Sunday, November 4, 2007

Public History on the Streets

If you live here in London, Ontario, you may have noticed these. They're all over my neighbourhood and as the image suggests, they mark the city boundary as it appeared in 1855.

They are quite large (2.5m/7 feet across), and painted directly on the road. They appeared three or four years ago after the streets were repaved in the area, but I wasn't able to get a response from City Hall as to who put them there or what motivated them to. Most people probably never notice them; thousands of cars drive over them every day. But I have to say, I think they're a great idea.

They do what academic history cannot. They are so tangible. They present history at the exact point that it occurred. Even most museums cannot boast such a feat. We all know that the mummy at the Royal Ontario Museum in Toronto was not an early Torontonian, he was brought there from Egypt. Yet that's where we go to experience Egyptian history.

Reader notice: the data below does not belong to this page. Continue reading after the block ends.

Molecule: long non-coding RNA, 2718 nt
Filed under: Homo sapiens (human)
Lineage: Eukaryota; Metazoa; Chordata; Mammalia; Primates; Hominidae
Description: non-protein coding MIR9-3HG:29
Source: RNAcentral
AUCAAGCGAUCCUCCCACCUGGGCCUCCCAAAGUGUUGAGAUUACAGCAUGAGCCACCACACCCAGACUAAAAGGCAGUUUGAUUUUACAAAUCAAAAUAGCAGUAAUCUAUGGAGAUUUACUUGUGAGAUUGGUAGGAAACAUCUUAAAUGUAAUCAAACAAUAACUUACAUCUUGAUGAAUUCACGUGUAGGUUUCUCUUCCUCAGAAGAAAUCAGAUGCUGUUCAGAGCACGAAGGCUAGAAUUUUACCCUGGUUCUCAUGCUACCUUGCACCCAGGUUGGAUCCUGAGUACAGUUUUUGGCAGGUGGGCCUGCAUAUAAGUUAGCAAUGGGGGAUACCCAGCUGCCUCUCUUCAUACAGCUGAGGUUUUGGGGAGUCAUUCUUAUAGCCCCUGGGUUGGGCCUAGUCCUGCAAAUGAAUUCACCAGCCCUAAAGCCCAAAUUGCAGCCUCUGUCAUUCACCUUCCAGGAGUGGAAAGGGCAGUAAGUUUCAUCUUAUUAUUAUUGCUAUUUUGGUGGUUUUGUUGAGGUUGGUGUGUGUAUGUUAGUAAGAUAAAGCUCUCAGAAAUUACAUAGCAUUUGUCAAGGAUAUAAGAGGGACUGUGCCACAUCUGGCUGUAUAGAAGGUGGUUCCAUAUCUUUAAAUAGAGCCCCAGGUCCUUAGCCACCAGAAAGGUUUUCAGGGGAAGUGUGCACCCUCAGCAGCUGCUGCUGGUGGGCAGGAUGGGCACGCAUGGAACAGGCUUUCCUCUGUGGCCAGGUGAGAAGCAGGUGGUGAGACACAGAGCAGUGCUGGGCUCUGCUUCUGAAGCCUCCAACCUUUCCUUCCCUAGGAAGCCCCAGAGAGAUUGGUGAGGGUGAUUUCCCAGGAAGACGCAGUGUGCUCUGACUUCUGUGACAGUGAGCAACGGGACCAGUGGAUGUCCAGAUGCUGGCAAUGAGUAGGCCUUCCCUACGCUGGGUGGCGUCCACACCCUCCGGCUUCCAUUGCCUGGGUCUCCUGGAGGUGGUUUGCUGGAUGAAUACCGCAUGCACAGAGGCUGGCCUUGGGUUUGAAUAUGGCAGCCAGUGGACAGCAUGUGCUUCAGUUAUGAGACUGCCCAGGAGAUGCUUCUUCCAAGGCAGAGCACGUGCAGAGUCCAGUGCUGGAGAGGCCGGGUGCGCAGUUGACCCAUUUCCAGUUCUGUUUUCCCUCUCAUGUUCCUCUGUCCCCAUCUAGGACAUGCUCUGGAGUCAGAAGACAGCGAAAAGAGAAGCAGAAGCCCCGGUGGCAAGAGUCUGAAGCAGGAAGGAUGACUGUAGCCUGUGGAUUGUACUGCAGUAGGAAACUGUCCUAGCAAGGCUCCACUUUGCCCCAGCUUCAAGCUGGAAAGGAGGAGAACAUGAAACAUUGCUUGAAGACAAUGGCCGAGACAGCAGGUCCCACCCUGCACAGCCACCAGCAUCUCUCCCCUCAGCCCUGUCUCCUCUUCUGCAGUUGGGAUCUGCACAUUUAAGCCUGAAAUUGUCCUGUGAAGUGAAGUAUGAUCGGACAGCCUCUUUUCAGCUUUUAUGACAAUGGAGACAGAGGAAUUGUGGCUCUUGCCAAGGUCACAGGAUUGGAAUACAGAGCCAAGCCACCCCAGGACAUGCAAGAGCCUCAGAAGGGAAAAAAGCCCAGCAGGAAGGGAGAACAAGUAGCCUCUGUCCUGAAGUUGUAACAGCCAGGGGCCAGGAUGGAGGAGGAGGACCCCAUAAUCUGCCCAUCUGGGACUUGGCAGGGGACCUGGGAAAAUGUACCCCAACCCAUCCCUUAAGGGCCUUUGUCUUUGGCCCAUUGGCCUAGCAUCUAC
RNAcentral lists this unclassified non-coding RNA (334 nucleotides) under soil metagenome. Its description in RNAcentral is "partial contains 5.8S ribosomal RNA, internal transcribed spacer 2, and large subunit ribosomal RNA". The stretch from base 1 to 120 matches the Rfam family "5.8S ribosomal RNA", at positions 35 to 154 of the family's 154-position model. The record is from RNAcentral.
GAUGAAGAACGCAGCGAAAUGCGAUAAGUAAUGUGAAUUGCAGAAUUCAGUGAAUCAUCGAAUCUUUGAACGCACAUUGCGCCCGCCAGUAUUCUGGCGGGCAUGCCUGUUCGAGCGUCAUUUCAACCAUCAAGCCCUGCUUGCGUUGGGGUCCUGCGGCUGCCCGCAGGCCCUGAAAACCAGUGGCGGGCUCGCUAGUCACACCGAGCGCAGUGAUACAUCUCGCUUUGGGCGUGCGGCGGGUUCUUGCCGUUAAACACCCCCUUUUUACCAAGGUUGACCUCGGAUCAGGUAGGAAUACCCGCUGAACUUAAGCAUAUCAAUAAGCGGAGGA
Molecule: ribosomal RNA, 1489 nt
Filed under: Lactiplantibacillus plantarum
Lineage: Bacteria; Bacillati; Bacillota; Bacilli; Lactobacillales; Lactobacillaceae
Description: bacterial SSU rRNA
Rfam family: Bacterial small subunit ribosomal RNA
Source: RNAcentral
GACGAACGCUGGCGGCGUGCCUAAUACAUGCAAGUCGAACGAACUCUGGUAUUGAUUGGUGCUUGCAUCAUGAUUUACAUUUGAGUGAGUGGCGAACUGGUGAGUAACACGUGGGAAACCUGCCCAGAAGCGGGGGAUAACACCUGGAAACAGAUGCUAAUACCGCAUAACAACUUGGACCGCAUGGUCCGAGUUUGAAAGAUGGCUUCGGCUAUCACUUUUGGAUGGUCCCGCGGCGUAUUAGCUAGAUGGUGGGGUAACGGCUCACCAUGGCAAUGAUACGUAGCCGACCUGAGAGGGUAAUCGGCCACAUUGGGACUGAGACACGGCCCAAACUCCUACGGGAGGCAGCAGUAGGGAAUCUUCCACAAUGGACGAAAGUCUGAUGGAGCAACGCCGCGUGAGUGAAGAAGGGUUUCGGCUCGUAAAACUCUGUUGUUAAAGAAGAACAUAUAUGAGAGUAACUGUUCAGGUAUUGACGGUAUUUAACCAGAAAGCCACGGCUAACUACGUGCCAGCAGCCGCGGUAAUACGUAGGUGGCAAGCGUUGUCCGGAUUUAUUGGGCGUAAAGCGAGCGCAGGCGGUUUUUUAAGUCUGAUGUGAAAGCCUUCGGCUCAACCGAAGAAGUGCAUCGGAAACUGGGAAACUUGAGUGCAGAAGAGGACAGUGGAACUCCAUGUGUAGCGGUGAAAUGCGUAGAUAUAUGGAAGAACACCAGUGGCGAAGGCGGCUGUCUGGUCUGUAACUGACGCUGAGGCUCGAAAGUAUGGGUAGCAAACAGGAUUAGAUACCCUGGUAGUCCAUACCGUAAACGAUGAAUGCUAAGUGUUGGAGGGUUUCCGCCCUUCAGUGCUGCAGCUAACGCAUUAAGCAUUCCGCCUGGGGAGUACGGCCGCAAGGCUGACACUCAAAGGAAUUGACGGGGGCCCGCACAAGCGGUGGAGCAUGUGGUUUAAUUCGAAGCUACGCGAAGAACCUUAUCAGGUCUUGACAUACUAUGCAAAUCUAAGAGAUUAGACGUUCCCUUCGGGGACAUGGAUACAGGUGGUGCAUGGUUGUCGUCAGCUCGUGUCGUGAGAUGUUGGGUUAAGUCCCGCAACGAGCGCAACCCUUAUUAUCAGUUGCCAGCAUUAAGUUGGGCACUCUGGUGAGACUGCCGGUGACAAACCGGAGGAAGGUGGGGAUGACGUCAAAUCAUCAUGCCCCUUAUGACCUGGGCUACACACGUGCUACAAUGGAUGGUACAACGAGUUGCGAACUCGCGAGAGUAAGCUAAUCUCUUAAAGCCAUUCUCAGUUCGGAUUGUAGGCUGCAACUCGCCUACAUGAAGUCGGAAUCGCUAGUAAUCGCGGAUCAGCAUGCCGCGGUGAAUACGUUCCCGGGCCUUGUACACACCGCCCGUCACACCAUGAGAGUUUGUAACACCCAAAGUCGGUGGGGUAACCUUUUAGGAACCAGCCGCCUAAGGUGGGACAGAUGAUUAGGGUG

Not so with these paintings on the road. To experience a piece of London's history, all you have to do is go stand on one of these paintings and you're at a spot historically significant in 1855. Sure, it's not as cool as the mummy, but it's cheap, noninvasive and it's simple enough that even a young child could begin learning about the history of their city by merely asking, "Mommy, what's that?"

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